I Don't Want to Be a Frog, by Dev Petty & Mike Boldt (ages 3-8)

There are times my kids seem dissatisfied with everything, but I'm also sure that there are times when all I say is NO. This hilarious book takes that situation and produces laughs in all the right places--the perfect medicine for crabby kids and peevish parents.
I Don't Want to Be a Frog
by Dev Petty
illustrated by Mike Boldt
Doubleday / Random House, 2015
Your local library
Amazon
ages 3-8
*best new book*
Little frog is sure he doesn't want to be a frog. As he sits reading a book about cats, he decides that would be the perfect animal to be. "I want to be a cat," he declares to his father. Nope, his father says, you're a frog. Back and forth the dialog goes, in easy to read expressive short sentences--perfect for reading aloud together.
"I want to be a cat."
"You can't be a cat."
"Why not?"
"Because you're a frog."
"I don't like being a frog. It's too wet."
"Well, you can't be a cat."
Hey--little frog can hop! He should be a rabbit, he tells his father. "You can't be a rabbit," his father calmly replies. No long ears, right? "I don't like being a Frog. It's too slimy," little frog whines. Little frog isn't easily persuaded. And his father's wise words don't sink in at all.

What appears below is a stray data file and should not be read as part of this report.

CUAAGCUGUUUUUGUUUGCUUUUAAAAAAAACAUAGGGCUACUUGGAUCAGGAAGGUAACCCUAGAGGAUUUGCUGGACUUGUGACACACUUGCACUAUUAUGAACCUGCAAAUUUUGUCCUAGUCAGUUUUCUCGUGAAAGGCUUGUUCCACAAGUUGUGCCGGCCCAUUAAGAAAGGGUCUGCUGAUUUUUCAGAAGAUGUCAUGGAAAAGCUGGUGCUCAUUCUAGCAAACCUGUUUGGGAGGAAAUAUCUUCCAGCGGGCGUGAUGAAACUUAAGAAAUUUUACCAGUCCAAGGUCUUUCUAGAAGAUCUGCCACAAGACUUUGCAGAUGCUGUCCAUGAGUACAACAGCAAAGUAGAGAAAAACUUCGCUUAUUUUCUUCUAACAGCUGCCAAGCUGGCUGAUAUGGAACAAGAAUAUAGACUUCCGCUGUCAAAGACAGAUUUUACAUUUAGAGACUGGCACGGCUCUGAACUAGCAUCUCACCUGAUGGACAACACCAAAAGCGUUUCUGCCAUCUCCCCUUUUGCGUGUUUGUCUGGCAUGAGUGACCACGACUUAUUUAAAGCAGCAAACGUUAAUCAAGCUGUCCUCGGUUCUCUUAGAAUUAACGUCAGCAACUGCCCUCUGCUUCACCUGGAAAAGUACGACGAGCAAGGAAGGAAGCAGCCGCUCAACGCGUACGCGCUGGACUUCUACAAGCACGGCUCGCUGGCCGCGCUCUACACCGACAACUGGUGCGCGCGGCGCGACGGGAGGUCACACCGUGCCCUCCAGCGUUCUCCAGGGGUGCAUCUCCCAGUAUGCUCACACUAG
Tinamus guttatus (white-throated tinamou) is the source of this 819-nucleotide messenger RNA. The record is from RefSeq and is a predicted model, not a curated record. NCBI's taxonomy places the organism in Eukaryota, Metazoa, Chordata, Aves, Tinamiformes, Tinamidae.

Kids are loving Mike Boldt's illustrations, especially how expressive little frog is. They love knowing that the dad is right, but I think they're rooting for little frog too. And the conclusion leads to giggles from everyone who's read it in our library.

Along comes a hungry wolf who tells how much he likes to eat all those animals. But does he like to eat frogs? No, not one bit. They're much too wet, too slimy, too full of bugs. Ahh, little frog finally realizes that--you know what, being who you are can be a pretty good thing after all.

For more of a taste, check out this adorable trailer: